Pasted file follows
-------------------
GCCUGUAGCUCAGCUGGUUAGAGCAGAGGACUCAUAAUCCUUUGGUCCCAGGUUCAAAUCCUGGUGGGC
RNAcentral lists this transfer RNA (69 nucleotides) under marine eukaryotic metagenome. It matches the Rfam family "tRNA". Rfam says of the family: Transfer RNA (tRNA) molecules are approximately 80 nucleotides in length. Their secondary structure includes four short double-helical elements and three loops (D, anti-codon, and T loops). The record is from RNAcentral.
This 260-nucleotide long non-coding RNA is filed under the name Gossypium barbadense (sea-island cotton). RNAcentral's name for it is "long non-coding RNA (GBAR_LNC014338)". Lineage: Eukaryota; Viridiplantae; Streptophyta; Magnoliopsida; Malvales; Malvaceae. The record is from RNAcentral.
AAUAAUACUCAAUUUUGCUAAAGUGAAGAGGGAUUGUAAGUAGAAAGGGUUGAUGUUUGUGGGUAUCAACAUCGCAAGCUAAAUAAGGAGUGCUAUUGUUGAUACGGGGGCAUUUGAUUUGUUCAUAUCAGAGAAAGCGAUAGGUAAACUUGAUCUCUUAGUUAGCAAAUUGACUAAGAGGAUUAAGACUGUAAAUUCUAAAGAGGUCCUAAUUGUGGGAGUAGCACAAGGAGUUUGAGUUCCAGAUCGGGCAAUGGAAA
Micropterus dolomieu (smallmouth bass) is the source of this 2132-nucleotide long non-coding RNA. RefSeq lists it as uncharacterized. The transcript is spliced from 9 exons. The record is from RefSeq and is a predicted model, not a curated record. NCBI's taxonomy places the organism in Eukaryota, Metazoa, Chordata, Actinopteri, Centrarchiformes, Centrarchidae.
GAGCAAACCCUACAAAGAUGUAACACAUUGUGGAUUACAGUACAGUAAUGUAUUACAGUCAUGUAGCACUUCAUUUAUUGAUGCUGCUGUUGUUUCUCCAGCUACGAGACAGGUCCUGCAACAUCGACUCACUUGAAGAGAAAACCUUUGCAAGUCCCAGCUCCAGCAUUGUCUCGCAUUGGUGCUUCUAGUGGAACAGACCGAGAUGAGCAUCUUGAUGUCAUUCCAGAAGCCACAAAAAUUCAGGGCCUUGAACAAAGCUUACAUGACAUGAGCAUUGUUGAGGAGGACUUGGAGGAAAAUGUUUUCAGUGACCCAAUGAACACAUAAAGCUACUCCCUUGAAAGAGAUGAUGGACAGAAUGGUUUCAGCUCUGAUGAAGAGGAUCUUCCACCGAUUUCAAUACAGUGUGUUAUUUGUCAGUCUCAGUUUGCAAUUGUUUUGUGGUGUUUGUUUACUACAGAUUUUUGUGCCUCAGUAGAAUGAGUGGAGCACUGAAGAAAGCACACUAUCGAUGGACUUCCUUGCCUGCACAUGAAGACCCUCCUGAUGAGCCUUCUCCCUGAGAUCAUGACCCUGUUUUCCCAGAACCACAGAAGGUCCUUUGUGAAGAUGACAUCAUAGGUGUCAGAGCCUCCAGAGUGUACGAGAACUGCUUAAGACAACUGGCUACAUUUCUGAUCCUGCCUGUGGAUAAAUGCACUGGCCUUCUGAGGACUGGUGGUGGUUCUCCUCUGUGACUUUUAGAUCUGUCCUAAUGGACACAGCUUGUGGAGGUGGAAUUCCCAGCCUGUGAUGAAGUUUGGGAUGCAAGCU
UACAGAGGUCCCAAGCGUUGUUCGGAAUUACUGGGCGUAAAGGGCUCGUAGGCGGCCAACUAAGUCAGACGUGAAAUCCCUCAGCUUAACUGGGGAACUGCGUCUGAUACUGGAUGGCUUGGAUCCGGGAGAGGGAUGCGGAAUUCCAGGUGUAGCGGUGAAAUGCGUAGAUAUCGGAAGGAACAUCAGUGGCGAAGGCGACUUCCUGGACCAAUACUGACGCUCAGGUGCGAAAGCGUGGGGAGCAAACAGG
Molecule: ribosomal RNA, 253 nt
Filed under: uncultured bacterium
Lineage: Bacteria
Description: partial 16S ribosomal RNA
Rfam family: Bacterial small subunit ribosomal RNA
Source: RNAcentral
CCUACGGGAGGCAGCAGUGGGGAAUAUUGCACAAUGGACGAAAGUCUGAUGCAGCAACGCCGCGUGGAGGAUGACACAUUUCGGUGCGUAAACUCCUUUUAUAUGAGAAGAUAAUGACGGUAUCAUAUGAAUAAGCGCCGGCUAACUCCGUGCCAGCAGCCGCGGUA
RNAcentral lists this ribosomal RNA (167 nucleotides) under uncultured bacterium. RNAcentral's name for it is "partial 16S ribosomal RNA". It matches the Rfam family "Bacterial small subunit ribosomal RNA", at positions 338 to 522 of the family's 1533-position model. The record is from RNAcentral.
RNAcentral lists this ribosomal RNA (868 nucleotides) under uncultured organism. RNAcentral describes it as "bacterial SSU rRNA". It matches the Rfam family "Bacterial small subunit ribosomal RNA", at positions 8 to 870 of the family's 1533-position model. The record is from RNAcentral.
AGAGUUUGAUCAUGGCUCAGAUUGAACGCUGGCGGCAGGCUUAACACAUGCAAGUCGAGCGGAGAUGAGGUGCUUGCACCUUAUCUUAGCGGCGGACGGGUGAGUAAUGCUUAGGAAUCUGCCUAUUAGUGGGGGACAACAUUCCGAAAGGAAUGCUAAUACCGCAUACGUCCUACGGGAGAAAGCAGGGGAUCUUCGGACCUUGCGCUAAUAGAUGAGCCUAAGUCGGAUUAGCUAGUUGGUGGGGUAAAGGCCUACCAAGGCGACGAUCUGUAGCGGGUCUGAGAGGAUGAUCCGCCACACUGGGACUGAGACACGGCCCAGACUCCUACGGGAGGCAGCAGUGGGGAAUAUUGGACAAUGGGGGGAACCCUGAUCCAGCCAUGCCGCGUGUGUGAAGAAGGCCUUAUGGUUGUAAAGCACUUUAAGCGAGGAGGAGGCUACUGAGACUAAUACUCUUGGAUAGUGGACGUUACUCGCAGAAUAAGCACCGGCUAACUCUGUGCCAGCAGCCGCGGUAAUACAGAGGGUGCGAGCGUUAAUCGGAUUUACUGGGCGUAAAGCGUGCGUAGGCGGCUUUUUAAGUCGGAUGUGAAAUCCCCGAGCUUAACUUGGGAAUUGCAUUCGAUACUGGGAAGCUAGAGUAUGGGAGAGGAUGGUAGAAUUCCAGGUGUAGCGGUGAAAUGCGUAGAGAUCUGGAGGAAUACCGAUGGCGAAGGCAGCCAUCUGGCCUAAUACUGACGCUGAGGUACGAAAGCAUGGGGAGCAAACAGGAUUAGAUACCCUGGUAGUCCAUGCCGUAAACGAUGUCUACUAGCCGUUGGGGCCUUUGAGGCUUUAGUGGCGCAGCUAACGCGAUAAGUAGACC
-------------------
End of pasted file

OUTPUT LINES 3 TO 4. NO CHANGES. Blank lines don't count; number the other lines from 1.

This 260-nucleotide long non-coding RNA is filed under the name Gossypium barbadense (sea-island cotton). RNAcentral's name for it is "long non-coding RNA (GBAR_LNC014338)". Lineage: Eukaryota; Viridiplantae; Streptophyta; Magnoliopsida; Malvales; Malvaceae. The record is from RNAcentral.
AAUAAUACUCAAUUUUGCUAAAGUGAAGAGGGAUUGUAAGUAGAAAGGGUUGAUGUUUGUGGGUAUCAACAUCGCAAGCUAAAUAAGGAGUGCUAUUGUUGAUACGGGGGCAUUUGAUUUGUUCAUAUCAGAGAAAGCGAUAGGUAAACUUGAUCUCUUAGUUAGCAAAUUGACUAAGAGGAUUAAGACUGUAAAUUCUAAAGAGGUCCUAAUUGUGGGAGUAGCACAAGGAGUUUGAGUUCCAGAUCGGGCAAUGGAAA